I learned how to use my camera as a young child. That’s so long ago that I can’t remember my photography learning process. People do ask me for help to learn and I haven’t been sure where to start. I’ve been very fortunate to have been asked by my local blogger buddy Sunshine Sarah to meet up and help her learn photography. She’s been learning photography and I’ve been learning how to teach. This has been great for both of us! It’s early days yet; we’ve had two afternoons on it so far and I’m fortunate that she is a fast learner with a good memory.
Sarah does know what she wants to learn. She has a Lumix bridge camera which functions in a similar way to a DSLR. She wants to understand how it works, what settings are best in different situations and also how to find a good composition.
As a blogger, Sarah needs quick wins. She’s a busy working lady and she can’t spend a month doing homework on aperture and ISO before she can find her way to taking a better photo. My aim on day one was to get her to take far better pictures in a few short, memorable steps.
Photography Learning in any order
This leads me to an important point about photography learning – there are many ways to skin this cat. You do not have to learn things in one particular order. You can learn exposure before perspective, or afterwards. You can learn composition before you learn depth of field, or afterwards. You will try taking a photo and discover what it is that you don’t know, and so your learning path with make itself clear as you go along.
That means that I can’t plan a rigid photography learning course that will automatically suit everyone. Your learning is as individual as you are. You don’t need to aim to take the same photos as someone else, either. That’s because your photos will be individual too. You’re making art and that’s a creative process. It’s not like learning equations for a maths exam and you don’t want the same result as the person next to you.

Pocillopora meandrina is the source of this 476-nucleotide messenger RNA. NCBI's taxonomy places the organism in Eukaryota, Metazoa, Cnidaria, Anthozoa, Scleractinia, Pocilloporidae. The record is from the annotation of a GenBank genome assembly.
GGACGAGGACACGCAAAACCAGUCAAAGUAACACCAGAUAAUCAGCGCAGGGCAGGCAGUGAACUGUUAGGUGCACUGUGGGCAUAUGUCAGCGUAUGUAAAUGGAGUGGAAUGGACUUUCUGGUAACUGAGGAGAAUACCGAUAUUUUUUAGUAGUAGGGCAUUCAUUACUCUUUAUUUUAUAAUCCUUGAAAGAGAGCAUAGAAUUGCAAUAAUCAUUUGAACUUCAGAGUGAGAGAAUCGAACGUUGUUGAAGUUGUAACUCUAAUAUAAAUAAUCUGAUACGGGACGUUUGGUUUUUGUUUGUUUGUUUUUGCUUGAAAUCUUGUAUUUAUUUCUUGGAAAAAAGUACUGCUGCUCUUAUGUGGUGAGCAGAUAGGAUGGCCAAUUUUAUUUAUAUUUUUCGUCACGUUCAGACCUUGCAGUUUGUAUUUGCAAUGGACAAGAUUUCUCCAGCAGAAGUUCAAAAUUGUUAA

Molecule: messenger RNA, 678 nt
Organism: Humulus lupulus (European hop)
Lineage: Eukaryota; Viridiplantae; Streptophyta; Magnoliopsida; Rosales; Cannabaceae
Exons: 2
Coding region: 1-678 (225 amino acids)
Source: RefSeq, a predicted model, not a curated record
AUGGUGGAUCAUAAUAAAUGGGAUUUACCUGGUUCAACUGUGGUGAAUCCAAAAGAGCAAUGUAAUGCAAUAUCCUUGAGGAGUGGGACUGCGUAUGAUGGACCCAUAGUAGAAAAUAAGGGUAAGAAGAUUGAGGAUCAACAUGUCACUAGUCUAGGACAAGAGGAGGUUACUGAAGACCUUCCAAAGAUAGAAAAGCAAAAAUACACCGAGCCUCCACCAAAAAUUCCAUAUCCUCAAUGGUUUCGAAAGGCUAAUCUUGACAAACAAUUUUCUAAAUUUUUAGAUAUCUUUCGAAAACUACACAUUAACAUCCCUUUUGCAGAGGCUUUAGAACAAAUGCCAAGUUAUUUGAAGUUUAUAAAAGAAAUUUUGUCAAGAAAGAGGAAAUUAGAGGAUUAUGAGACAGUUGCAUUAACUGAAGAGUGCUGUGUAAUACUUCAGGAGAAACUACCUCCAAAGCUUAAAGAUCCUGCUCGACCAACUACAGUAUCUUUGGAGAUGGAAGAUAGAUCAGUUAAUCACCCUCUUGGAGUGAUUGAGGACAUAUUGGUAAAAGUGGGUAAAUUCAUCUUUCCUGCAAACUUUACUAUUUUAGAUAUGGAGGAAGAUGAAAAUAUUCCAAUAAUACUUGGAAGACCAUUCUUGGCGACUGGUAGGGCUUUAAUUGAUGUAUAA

Are you like me?
I would like to help more people improve their photography through this blog. I do not want to be like so many other photography blog sites which spout dry lessons at you and hope you absorb it. This is still a personal blog about me, my family, our travels and interests and the point is this: If you are anything like us, perhaps you are taking photos of similar things. You take photos of your days out, your holidays, the view from your dog walk, your cooking triumphs, your kid’s cardboard sculptures, your family get-togethers, the sky when it’s beautiful, the flowers you were given. Wouldn’t it be nice to take those photos really well, and give them more lasting appeal?
For what it’s worth, I am still learning too, 33 years after I started out. Much of my recent photography learning is documented on this blog, especially in the “Judging a Photograph” blog series. I make mistakes (like last week when I forgot to change my aperture and messed up 5 photos in a row) and there are whole types of images I just haven’t got my head around, such as Insta fashion photography. Camera skill can be taught. Your creativity is all your own, and that can be teased out of you, infinitely. Like me you will never stop learning that part.
What to do next
If this sounds like your kind of thing, then you need to do two things. First, fill in the very short (4 questions) questionnaire below, which is anonymous. This is essential because it will tell me what you want to learn. You can comment on this blog post instead if you prefer. I’ve already written dozen of blogs full of photography tips and advice but it would help to know what you are looking for. Thank you in advance!
Second, follow this blog either through the WordPress reader or social media (Twitter, Facebook or Instagram). There will soon be an email list you can join, which is in the planning stages, so keep your eye out for that.
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